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EnglishEdit

EtymologyEdit

Borrowed from Middle French occasion, from Old French occasiun, from Latin occasionem (accusative of occasio), noun of action from perfect passive participle occasus, from verb occido, from prefix ob- (down", "away) + verb cado (fall).

PronunciationEdit

  • IPA(key): /əˈkeɪʒən/
  • (file)
  • Rhymes: -eɪʒən
  • Hyphenation: oc‧ca‧sion

NounEdit

occasion (countable and uncountable, plural occasions)

  1. A favorable opportunity; a convenient or timely chance. [from 14th c.]
    • (Can we date this quote?) Bible, Rom. vii. 11
      Sin, taking occasion by the commandment, deceived me.
    • (Can we date this quote?) Waller
      I'll take the occasion which he gives to bring / Him to his death.
    • 1749, Henry Fielding, chapter I, in The History of Tom Jones, a Foundling. In Six Volumes, volume (please specify |volume=I to VI), London: Printed by A[ndrew] Millar, [], OCLC 928184292, book IV:
      That our work, therefore, might be in no danger of being likened to the labours of these historians, we have taken every occasion of interspersing through the whole sundry similes, descriptions, and other kind of poetical embellishments.
  2. The time when something happens.
    • 1918, W. B. Maxwell, chapter 13, in The Mirror and the Lamp:
      And Vickers launched forth into a tirade very different from his platform utterances. He spoke with extreme contempt of the dense stupidity exhibited on all occasions by the working classes. He said that if you wanted to do anything for them, you must rule them, not pamper them.
    At this point, she seized the occasion to make her own observation.
  3. An occurrence or state of affairs which causes some event or reaction; a motive or reason. [from 14th c.]
    I had no occasion to feel offended, however.
  4. Something which causes something else; a cause. [from 14th c.]
    • 1624, John Smith, Generall Historie, in Kupperman 1988, p. 130:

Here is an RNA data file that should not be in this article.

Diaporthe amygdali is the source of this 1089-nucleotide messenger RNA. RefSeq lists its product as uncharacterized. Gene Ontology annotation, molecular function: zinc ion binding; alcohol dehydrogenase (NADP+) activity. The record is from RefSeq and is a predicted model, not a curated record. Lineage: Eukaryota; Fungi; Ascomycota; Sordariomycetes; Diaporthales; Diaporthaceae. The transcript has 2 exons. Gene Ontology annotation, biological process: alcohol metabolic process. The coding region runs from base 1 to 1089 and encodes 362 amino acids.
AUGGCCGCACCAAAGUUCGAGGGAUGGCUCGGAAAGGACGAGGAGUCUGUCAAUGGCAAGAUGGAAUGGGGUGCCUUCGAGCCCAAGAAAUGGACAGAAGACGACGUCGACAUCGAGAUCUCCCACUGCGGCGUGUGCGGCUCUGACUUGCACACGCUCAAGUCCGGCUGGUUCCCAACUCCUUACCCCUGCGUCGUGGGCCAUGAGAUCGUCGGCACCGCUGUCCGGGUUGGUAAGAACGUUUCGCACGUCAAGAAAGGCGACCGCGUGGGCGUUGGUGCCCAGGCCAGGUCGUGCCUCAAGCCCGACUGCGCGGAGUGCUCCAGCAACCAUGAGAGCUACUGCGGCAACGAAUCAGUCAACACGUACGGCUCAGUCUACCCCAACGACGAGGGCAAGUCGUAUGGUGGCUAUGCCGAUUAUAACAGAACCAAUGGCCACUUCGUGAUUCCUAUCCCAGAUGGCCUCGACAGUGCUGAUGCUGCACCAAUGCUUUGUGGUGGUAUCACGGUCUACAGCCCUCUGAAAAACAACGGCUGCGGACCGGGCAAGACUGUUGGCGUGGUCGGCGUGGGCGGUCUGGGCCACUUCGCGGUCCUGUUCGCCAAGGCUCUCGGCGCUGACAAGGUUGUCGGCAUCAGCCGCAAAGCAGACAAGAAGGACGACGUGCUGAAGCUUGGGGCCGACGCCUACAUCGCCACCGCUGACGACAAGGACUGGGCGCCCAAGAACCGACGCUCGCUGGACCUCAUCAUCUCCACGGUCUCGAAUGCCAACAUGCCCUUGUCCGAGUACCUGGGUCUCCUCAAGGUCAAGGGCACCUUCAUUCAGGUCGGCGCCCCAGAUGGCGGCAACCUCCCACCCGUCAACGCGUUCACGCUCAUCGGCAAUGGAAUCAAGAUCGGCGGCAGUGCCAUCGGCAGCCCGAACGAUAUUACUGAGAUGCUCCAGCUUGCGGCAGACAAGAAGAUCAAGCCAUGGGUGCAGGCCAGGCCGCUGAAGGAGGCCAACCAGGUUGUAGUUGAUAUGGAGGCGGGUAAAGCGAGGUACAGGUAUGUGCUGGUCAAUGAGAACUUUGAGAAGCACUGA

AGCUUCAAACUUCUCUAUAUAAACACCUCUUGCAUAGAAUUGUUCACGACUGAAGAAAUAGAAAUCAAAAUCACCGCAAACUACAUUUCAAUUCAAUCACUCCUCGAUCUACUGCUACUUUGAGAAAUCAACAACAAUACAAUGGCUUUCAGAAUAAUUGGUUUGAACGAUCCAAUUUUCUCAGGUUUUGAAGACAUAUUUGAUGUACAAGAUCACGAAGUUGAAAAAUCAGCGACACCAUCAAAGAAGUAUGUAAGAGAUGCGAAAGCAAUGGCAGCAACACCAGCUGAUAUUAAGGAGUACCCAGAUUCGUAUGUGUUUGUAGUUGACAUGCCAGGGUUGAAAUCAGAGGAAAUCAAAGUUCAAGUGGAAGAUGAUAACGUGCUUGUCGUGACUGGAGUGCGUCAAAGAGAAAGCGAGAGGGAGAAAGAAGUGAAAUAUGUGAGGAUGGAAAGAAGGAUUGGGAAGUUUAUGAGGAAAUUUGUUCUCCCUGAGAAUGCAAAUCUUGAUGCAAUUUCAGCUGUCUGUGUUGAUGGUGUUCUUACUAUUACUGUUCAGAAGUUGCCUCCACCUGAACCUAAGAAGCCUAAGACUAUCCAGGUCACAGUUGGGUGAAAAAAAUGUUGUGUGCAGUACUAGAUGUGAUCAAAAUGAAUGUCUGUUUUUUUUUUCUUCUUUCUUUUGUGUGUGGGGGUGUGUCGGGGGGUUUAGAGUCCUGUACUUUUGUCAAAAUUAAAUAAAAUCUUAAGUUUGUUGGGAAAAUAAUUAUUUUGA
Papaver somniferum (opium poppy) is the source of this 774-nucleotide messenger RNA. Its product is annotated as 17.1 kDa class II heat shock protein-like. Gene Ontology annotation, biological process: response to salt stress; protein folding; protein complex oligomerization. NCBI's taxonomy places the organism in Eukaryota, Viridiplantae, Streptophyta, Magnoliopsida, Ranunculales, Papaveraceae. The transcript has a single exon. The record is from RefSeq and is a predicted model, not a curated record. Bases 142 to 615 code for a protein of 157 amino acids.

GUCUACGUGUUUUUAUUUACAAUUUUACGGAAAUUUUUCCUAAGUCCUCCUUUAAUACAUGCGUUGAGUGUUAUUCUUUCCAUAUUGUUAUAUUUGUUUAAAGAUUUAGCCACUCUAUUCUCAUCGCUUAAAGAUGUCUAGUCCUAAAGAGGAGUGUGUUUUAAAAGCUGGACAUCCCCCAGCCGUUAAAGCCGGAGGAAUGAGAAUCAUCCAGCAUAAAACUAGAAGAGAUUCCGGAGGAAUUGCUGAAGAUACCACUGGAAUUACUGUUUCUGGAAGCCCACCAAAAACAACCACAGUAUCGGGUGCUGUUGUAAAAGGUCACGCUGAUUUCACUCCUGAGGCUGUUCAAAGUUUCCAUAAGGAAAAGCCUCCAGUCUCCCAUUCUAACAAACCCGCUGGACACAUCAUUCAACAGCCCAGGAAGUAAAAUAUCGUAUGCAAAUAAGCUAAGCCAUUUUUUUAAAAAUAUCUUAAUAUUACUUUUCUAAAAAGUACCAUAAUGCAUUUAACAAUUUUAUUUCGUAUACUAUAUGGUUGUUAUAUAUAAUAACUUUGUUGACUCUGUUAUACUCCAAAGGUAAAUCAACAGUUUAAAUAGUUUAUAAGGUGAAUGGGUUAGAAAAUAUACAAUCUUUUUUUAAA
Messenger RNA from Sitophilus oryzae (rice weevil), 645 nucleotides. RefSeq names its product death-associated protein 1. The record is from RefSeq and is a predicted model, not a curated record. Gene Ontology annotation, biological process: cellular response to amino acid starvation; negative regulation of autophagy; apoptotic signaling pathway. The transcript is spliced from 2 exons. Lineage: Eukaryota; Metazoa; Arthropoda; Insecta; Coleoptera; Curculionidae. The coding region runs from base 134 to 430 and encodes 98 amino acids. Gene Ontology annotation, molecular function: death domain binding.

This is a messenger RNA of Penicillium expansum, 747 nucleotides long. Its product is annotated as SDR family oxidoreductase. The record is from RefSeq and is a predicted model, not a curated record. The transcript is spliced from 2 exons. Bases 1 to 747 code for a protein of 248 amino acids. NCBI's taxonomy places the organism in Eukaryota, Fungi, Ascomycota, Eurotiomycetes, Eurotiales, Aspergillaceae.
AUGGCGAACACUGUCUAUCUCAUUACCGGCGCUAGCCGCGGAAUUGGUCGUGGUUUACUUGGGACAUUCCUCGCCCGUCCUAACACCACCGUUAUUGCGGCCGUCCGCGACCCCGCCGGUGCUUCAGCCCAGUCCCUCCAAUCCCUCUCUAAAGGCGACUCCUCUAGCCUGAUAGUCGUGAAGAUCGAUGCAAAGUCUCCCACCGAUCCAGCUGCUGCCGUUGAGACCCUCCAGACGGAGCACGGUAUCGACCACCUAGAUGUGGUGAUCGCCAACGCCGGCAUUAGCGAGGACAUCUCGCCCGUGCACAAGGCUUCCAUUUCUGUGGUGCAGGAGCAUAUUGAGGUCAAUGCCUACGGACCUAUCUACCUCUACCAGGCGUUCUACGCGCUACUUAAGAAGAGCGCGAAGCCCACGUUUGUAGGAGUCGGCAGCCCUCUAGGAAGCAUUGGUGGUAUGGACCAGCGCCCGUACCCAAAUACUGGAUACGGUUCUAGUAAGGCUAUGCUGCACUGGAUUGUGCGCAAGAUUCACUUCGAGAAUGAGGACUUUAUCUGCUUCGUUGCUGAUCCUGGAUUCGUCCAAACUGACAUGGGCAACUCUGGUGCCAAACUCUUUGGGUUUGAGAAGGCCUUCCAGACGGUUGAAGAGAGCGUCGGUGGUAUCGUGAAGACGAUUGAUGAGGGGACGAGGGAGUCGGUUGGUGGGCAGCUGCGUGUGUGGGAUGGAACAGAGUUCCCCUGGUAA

it were too vile to say, and scarce to be beleeved, what we endured: but the occasion was our owne, for want of providence, industrie and government [...].
  5. (obsolete) An occurrence or incident. [14th-18th c.]
  6. A particular happening; an instance or time when something occurred. [from 15th c.]
    I could think of two separate occasions when she had deliberately lied to me.
    a momentous occasion in the history of South Africa
    • 2013 April 9, Andrei Lankov, “Stay Cool. Call North Korea’s Bluff.”, in New York Times[1]:
      In the last two decades, North Korea has on various occasions conducted highly provocative missile and nuclear tests and promised to turn Seoul into a sea of fire.
  7. Need; requirement, necessity. [from 16th c.]
    • 1898, Winston Churchill, chapter 2, in The Celebrity:
      I had occasion […] to make a somewhat long business trip to Chicago, and on my return […] I found Farrar awaiting me in the railway station. He smiled his wonted fraction by way of greeting, […], and finally leading me to his buggy, turned and drove out of town. I was completely mystified at such an unusual proceeding.
    I have no occasion for firearms.
    • (Can we date this quote?) Jeremy Taylor
      after we have served ourselves and our own occasions
    • (Can we date this quote?) Burke
      when my occasions took me into France
  8. A special event or function. [from 19th c.]
    Having people round for dinner was always quite an occasion at our house.
  9. A reason or excuse; a motive; a persuasion.
    • (Can we date this quote?) Spenser
      Whose manner was, all passengers to stay, / And entertain with her occasions sly.

Derived termsEdit

TranslationsEdit

The translations below need to be checked and inserted above into the appropriate translation tables, removing any numbers. Numbers do not necessarily match those in definitions. See instructions at Wiktionary:Entry layout#Translations.

VerbEdit

occasion (third-person singular simple present occasions, present participle occasioning, simple past and past participle occasioned)

  1. (transitive) To cause; to produce; to induce
    it is seen that the mental changes are occasioned by a change of polarity

TranslationsEdit


FrenchEdit

EtymologyEdit

Borrowed from Latin occāsiōnem (accusative of occāsiō). Compare the inherited Old French ochoison, achaison (the latter being influenced by Latin accūsātiō).

PronunciationEdit

  • IPA(key): /ɔ.ka.zjɔ̃/
  • (file)

NounEdit

occasion f (plural occasions)

  1. occasion, opportunity
  2. cause
  3. bargain, good deal
  4. secondhand or used item

Derived termsEdit

Further readingEdit